IBRS analyst James Turner has warned data centre operators to address what he perceives as a lax attitude to the safety of workers inside Australian facilities.
Turner has penned a research note, due for release this week, that provides examples of recent accidents in Australian data centres that very nearly “could have ended with a fatality.”
The paper said that a data centre – running at high power, with no natural light, heavy equipment, caged areas and – in some cases – littered with untidy cables to trip on – presents a myriad of risks to the safety of those that work in or visit the facility.
Turner noted with concern that outside of generic requirements under the Building Code of Australia, there were no specific guidelines to worker safety in data centres.
The lack of attention to safety was of particular concern in independent co-location facilities, he said, where third party customers are authorised to enter the site for installation and maintenance purposes.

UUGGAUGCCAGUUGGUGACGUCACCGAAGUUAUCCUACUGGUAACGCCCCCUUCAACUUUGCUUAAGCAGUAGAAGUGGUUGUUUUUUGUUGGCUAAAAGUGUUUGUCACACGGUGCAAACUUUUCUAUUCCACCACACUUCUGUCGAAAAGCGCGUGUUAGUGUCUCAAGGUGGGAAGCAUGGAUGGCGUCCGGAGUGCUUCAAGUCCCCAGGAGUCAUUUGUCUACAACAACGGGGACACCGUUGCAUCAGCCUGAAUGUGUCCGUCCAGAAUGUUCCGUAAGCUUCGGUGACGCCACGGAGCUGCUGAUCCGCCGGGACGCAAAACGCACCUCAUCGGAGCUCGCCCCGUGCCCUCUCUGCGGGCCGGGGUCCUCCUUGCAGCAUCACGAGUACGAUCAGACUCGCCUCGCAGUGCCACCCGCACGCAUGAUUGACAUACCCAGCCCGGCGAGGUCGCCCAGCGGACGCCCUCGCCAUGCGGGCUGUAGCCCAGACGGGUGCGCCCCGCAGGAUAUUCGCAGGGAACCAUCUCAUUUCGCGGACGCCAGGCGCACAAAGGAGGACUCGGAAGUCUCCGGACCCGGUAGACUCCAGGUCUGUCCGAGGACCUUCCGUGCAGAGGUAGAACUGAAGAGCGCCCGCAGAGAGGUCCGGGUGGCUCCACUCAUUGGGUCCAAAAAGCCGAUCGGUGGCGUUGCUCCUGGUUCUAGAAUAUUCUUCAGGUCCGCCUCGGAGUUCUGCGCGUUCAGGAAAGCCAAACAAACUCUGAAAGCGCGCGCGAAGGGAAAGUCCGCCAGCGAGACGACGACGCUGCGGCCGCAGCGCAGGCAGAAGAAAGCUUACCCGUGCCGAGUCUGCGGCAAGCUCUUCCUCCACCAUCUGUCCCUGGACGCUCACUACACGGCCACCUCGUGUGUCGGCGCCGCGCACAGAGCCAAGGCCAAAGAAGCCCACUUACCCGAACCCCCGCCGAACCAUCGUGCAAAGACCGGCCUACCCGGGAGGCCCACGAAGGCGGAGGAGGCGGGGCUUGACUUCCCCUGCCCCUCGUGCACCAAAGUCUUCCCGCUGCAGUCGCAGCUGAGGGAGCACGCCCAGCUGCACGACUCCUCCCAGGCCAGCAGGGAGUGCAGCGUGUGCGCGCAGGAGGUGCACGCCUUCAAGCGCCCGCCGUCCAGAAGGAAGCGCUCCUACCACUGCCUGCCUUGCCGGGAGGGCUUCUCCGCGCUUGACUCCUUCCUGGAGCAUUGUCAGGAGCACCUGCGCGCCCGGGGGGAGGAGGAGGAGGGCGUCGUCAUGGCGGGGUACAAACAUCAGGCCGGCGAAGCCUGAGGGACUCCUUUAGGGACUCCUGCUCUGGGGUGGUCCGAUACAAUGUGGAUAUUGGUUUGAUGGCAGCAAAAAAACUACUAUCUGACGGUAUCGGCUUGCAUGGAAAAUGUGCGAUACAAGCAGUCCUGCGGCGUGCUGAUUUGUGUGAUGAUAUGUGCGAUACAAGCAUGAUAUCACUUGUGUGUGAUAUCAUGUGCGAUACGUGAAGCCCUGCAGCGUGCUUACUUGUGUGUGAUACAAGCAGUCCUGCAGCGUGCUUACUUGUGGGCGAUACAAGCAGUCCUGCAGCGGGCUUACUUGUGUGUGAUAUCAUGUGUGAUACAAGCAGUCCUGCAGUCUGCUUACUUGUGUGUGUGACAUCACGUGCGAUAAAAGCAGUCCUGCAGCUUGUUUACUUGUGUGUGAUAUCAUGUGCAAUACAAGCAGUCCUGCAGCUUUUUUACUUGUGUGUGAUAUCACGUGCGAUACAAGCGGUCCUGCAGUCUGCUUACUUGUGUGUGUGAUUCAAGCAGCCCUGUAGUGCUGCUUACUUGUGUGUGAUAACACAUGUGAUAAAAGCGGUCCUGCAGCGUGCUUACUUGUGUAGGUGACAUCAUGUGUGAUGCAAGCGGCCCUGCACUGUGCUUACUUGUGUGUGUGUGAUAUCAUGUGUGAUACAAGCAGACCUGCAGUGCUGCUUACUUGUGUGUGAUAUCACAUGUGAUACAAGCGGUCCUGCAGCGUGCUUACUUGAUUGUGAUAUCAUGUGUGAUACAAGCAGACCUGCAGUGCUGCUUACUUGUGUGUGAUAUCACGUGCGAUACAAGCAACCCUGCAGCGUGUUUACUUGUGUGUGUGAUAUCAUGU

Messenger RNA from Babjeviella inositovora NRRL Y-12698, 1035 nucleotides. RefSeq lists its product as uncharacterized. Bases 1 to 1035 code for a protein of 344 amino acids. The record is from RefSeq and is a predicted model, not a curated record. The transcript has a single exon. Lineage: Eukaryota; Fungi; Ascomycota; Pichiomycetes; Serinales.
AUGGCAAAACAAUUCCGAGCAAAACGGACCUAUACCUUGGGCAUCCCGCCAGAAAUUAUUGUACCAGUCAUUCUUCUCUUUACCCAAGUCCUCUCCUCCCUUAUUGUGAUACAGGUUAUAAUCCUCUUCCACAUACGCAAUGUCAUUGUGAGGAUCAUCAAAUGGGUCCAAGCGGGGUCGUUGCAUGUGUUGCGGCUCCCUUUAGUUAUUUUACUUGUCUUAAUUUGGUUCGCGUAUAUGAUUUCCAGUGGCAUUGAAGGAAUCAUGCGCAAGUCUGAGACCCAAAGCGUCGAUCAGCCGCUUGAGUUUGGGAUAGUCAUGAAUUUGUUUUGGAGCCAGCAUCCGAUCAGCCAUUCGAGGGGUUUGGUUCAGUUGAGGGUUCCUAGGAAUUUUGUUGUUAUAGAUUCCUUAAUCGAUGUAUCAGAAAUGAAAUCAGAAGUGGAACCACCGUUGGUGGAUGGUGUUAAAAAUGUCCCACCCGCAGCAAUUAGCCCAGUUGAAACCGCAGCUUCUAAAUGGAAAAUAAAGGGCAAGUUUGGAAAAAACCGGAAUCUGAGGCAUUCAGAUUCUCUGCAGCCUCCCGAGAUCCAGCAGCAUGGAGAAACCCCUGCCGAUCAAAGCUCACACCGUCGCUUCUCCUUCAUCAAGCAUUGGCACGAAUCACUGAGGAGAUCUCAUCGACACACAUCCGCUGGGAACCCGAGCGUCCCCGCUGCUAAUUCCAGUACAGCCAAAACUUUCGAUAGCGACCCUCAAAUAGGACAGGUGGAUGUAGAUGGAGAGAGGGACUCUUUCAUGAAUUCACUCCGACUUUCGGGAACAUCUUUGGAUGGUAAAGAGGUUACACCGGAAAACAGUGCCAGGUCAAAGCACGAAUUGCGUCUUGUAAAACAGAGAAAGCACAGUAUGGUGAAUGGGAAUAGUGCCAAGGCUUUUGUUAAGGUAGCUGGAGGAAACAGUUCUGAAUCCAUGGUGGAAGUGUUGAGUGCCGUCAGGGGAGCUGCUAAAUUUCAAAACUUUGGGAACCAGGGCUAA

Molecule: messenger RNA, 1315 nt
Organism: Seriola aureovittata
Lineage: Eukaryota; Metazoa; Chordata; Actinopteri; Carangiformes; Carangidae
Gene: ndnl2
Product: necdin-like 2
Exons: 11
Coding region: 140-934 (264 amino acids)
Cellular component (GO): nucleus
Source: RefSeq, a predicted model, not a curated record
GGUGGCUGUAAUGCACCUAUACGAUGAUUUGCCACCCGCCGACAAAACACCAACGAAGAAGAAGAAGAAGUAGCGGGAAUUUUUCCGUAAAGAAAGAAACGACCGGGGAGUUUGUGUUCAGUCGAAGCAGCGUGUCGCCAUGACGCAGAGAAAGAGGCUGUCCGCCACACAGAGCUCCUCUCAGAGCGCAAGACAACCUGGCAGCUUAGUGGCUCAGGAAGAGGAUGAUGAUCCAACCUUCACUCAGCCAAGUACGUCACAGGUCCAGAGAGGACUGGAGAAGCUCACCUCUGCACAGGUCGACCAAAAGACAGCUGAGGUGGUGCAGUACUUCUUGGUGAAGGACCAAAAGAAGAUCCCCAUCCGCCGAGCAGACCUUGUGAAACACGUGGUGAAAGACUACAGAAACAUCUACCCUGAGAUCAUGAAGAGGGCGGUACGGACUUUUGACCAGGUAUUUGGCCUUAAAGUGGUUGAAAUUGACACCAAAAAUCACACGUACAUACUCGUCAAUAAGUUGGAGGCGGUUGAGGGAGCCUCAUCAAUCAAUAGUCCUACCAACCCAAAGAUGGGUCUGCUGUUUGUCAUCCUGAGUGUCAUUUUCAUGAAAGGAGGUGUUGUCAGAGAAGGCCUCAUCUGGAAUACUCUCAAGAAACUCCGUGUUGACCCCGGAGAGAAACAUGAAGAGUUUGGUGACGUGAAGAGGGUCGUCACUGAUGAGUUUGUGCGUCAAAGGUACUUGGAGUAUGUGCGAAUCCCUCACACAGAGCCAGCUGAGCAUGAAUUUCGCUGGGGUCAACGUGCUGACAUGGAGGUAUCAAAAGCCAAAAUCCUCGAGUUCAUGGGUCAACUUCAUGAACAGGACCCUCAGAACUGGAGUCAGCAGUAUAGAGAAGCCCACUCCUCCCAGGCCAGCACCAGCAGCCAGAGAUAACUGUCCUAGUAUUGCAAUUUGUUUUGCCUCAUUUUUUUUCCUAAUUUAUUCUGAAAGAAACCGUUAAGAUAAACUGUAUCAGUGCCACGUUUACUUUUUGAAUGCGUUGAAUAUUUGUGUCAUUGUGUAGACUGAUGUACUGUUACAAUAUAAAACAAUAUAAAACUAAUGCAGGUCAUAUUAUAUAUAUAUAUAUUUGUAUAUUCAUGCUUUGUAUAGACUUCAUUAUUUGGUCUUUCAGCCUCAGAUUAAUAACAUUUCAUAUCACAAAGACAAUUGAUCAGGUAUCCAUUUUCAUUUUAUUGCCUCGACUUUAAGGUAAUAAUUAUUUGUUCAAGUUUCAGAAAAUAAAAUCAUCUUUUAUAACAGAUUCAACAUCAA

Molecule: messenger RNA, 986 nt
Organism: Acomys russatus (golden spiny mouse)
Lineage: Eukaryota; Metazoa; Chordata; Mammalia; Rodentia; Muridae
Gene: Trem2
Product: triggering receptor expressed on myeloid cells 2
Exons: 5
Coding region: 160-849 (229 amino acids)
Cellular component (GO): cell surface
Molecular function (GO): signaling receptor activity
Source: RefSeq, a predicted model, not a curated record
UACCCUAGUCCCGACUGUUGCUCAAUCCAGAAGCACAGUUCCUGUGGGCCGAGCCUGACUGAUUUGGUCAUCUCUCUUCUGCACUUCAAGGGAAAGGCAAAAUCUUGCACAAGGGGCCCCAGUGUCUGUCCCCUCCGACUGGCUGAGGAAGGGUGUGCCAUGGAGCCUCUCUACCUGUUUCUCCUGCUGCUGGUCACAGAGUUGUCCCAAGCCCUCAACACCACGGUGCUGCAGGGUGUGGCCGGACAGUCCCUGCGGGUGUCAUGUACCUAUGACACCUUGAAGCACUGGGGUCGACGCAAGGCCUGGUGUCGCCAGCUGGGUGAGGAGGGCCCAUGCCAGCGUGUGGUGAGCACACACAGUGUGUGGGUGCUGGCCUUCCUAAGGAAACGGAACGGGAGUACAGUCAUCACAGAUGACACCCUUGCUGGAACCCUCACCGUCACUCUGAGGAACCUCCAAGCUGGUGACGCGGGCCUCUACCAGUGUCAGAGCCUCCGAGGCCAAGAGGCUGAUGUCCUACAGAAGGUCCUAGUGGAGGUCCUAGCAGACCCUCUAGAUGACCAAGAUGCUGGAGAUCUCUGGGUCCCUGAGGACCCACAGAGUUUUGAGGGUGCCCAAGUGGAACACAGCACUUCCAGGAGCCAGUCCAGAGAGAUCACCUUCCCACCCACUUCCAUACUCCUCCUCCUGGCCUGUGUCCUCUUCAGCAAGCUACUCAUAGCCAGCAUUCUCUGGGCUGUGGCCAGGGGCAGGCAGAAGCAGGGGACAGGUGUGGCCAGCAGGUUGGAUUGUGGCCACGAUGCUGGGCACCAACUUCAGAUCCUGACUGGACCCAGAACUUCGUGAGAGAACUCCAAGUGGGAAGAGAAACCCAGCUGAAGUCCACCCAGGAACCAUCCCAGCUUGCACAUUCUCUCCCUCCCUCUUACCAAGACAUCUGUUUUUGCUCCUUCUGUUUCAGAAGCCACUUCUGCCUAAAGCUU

All engineers on-site need to be trained in emergency procedures, he said, rather than relying only on automated fire suppression systems and other alarms.
“The absence of a crisis can lull people into complacency,” Turner said in the report. “Emergency procedures can be considered to be boring and routine, but the importance of these processes (as well as the fire safety systems) only becomes evident in a crisis – the exact time when you need things to work, and work flawlessly.”
Turner told iTnews that emergency procedures training should also be extended to any visitor to the site.
Planes don’t take off he said, without the cabin crew pointing out emergency procedures. Neither can visitors enter building sites without being asked to wear safety equipment. A data centre should be no different.
“A data centre should be viewed as a commercial environment where OH&S issues can, and do, arise,” he said. “In the event of an emergency, the data centre managers need to know that everyone in the facility has been trained and briefed on what to do.
“Maybe we should be giving a torch, a vest, a personal GPS or two-way radio to people that enter a facility – such that they can be found quickly or talked out of a facility. As a prospective client being shown around a facility, wouldn't that level of safety actually be reassuring? I think it would be.”
CIOs and data centre managers also need to consider the legal and personal ramifications of an accident, he said.
“It might not be the data centre service provider that would have to call the engineer's next of kin to express their sorrow,” he said. “More often it would be the CIO.”
The report will be released next week at IBRS. We will endeavour to link to it once available.
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